Inaugural survey finds a lack of consistency and clarity defining and regulating “Conduct Risk”
Thomson Reuters, the world’s leading source of intelligent information for businesses and professionals, today announced the findings of a new survey which shows that although conduct risk has become one of the highest priorities for regulators worldwide, there is still great disparity in how firms are defining conduct risk and similarly how regulators are referring to the concept. According to the Thomson Reuters Conduct Risk Report 2013, firms, in response to an increasing volume of regulatory change, demands and priorities are placing increased importance on conduct risk while working to establish what the concept means for their organizations.
Thomson Reuters Accelus surveyed more than 200 compliance and risk practitioners from financial services firms across the Americas, Europe, Africa, Asia, Australia and the Middle East to find their views on how the industry is defining and dealing with conduct risk. Respondents represented firms from across the financial services sector including banks, insurers and fund managers.
Key findings from the report include:
“The last 12 months have shown increased focus on conduct risk which is not surprising due to ever-demanding regulatory requirements,” says Chris Perry, managing director, Risk, Thomson Reuters. “Good conduct is good business. The cost of poor conduct is high; not just in terms of enforcement actions, now totaling in the billions of dollars, but also in the reputational damage and the wider erosion in trust that this creates across the industry, as the Thomson Reuters Trust Index reveals,” added Perry. “As the public looks to more transparency in our banks, and banks look to preserve and create value, firms and senior managers need to be able to define and measure what “good” looks like in terms of culture and customer outcomes in order to understand and respond to the implications of the regulatory focus on conduct risk.”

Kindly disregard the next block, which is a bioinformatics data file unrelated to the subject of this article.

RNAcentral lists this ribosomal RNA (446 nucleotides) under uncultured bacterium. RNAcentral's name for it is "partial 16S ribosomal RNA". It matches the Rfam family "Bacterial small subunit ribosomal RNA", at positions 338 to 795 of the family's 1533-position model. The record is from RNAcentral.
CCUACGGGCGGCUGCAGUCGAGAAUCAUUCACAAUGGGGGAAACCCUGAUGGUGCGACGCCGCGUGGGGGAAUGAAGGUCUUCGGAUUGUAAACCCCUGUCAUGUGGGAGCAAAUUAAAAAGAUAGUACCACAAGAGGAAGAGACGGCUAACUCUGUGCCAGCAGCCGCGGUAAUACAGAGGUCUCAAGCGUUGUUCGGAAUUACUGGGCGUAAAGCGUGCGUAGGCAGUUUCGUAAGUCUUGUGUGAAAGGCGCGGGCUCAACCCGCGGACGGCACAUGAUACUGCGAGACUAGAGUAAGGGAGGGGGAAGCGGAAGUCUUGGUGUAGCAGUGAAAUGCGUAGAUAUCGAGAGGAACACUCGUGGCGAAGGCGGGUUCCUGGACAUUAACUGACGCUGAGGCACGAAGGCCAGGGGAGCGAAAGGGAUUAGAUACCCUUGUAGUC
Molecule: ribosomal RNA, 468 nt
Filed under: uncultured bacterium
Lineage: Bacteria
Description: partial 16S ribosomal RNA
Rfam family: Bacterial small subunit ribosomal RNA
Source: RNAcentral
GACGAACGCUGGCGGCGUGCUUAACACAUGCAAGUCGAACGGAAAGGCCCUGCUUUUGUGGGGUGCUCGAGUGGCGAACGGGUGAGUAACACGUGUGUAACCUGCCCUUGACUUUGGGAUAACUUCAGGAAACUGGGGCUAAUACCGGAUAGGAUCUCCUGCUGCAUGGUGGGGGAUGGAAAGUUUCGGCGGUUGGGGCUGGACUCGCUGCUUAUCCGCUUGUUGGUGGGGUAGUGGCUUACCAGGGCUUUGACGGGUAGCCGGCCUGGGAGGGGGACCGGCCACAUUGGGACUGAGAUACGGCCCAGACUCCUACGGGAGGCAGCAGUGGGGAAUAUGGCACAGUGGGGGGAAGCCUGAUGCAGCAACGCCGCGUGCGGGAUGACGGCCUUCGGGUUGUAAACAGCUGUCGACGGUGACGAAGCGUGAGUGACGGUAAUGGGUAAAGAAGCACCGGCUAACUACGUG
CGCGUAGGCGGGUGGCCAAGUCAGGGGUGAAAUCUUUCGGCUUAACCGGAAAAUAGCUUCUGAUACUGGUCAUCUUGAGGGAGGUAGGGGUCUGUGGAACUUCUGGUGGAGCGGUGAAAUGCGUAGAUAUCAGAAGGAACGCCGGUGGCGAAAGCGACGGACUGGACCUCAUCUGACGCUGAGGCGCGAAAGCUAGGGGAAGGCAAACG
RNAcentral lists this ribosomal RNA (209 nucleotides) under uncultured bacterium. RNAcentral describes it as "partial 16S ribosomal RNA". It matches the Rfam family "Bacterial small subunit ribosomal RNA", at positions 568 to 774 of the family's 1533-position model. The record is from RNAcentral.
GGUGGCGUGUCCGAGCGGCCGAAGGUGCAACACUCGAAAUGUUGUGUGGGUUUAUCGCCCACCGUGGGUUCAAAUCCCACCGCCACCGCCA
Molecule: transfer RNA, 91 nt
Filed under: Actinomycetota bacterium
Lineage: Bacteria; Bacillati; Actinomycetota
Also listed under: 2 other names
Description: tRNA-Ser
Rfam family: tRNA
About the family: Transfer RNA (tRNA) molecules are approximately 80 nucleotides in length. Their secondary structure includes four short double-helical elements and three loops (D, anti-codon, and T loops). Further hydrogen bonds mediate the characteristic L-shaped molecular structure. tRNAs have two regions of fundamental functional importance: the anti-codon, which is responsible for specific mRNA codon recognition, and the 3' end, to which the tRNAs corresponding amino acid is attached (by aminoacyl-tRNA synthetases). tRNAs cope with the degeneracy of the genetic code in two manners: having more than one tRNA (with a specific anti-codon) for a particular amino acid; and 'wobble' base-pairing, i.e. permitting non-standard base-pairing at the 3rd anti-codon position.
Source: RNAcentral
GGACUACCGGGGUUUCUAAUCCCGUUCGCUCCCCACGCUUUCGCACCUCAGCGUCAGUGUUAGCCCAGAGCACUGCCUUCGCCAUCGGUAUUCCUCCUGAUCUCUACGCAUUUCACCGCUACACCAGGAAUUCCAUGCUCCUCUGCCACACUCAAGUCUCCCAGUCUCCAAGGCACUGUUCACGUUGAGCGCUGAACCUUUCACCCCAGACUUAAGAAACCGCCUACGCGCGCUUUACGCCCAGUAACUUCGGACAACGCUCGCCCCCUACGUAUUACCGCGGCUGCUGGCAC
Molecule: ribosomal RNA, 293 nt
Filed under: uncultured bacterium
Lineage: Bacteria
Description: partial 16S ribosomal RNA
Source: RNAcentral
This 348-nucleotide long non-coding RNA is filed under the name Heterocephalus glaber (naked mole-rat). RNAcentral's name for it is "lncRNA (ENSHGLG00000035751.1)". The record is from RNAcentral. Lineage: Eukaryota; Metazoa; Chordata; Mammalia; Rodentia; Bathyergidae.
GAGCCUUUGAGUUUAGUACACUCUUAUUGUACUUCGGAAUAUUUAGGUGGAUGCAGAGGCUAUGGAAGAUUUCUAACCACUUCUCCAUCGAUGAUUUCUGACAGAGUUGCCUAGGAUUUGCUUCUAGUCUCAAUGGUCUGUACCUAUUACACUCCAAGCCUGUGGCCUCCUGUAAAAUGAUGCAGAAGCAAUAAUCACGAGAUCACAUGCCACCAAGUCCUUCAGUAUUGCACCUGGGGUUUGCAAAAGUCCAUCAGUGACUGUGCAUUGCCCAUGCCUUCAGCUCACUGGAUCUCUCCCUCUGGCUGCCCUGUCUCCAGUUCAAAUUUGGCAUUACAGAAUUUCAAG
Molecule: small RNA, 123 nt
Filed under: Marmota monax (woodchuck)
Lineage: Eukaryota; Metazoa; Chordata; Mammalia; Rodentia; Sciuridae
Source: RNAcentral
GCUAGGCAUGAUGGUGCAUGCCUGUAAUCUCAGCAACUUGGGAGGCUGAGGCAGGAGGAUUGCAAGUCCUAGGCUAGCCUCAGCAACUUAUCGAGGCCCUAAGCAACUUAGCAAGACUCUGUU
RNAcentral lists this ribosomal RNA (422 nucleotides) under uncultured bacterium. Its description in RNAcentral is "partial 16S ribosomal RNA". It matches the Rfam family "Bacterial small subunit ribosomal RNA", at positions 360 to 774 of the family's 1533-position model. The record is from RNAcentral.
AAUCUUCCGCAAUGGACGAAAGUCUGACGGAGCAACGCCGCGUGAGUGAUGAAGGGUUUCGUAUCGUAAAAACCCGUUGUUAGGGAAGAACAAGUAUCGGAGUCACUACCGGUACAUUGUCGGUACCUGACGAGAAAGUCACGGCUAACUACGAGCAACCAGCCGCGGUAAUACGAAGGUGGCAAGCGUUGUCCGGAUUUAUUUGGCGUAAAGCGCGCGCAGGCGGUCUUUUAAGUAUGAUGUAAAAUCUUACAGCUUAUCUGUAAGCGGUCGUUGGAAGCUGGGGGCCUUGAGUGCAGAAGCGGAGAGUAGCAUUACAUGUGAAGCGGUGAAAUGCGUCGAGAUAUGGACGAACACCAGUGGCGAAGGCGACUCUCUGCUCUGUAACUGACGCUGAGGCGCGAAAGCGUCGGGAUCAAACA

What is Conduct Risk
Since the financial crisis, regulators have been working to put policies in place to improve the behavior of risk management within firms. Although there is no universal definition of conduct risk, it is generally agreed that the concept encompasses the risks associated with the way in which a firm and its staff conduct themselves. It incorporates matters such as culture, tone from the top, governance, how customers are treated, remuneration of staff and how firms deal with conflicts of interest.
The survey shows that over 84% of firms reported the absence of a working definition of conduct risk indicating the infancy of the field. When respondents were asked their view as to what the key components are to conduct risk, culture was the most important (76%) followed by corporate governance (74%) then conflicts of interest and reputation (both at 86%). Remuneration was also shown as a key component to conduct risk, meaning the way in which staff are rewarded and incentivized to behave in the right way are significant factors that contribute to a firm’s culture.